Let me give you a sales analogy:

When I was a sales manager, one of the most difficult challenges I faced when training salespeople was getting them to move past the strict formula of identifying the steps of the sales cycle (the traditional pipeline progression that moved a prospect along an established line from 10% to 100%) to the point where they could realize that many people are ready to jump straight to 40-60% after the first meeting - and 100% very quickly after that. They were ready to make an immediate change, and it was OK to go ahead and have them "forsake their previous mistakes" by changing their actions immediately - rather than have to force them step-by-step through the "classic", generalized sales cycle. I have seen more sales lost in a normally long sales cycle by salespeople who moved too slowly and cautiously than by just about any other pattern. The key is NOT to force them to square one then through each and every step, but rather to identify where they actually are and move them forward to change from there.

(There is a missionary analogy in there, but I will skip it here.)

Likewise, most school districts that didn't buy from us chose to do that NOT because they didn't have the financial ability but rather because they didn't have the political ability to focus on identified best practices and make the instructional and spending changes necessary to implement what we were selling. Rather, they were stuck in the mire of trying to change their results while continuing to perform the same activities - by applying more pressure on their teachers and administrators to do what they already were doing better. They were trying to suppress the problem within their current system, rather than building an environment more conducive to learning - especially by applying new technologies and teaching methods that would have eliminated multiple educational problems simultaneously.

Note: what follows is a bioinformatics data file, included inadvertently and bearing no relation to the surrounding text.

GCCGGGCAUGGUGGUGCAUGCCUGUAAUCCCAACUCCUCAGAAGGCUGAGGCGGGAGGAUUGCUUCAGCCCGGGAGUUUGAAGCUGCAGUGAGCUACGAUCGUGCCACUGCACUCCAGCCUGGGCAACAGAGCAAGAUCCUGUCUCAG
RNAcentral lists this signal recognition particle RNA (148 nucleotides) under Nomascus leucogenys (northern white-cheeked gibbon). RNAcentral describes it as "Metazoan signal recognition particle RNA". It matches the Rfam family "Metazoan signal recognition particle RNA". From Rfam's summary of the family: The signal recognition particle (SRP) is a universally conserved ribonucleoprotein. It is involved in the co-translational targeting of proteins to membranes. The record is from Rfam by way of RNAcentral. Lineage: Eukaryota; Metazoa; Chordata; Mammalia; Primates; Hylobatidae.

I know this is not a perfect analogy, but it highlights the same basic point: That suppression rarely works long-term for things that have not reached the level of deeply embedded addictions (where suppression might be the only option), and the constant need for suppression often brings resignation and giving up on one's self - especially when each occurrence is seen as "sin" or "failure".


Anonymous said...

Ray, if I end up joining the LDS community, it will be in large part due to your writings on this blog as well as on others. You consistently take complex issues and distill them to their essences. It takes a great deal of lead work to simplify. The truly proficient are the ones who make things look easy. You turn ideas into tools to help us get where we want to go. And you do it with such humility and kindness. You really are an inspiration.

Mama D said...

Ellen, that is a wonderful comment. As one who knows just how deeply that touched Ray, may I just say thanks for reading and commenting.

Ray, my favorite parts are the following, because they help me see more clearly how I tend to view myself in the process of repentance:

**being PROACTIVE in the process of change rather than REACTIVE to the occurrence of sin**

“repentance” in this approach means change of NATURE, not just change of ACTION

Suppression says, essentially, that I will be a more controlled version of me; replacement says, essentially, that I will become someone new.

Thanks for sharing your insights!

Papa D said...

Thank you, Ellen. You probably don't know how much that means to me.

Kevin said...


It's encouraging to check in on your progress from time to time. I'm trying to see how I can implement a similar process in my life to your personal improvement plan here.

This quote, though, is significant:

**being PROACTIVE in the process of change rather than REACTIVE to the occurrence of sin**

It's the crux of perfecting ourselves. I too often find myself in that reactive category, and you are a great example of the proactive process. Keep it up, and I will try to follow you.

BTW, in one of the JI discussions the other day, I got tagged as a "mormonliberalblogocrat". It's such a great handle, that I am going to register the domain name. I've been thinking about my own personal blog, in addition to our family blog, and that just might be the right title.

Papa D said...


Yeah, the funniest part of that statement was that I also got tagged with that broad brush - which is hilarious when you understand my general political leanings.

I really like that as a title for your personal blog. The other possibility would be "bloggernacledecoderringholder" - but that's a bit long.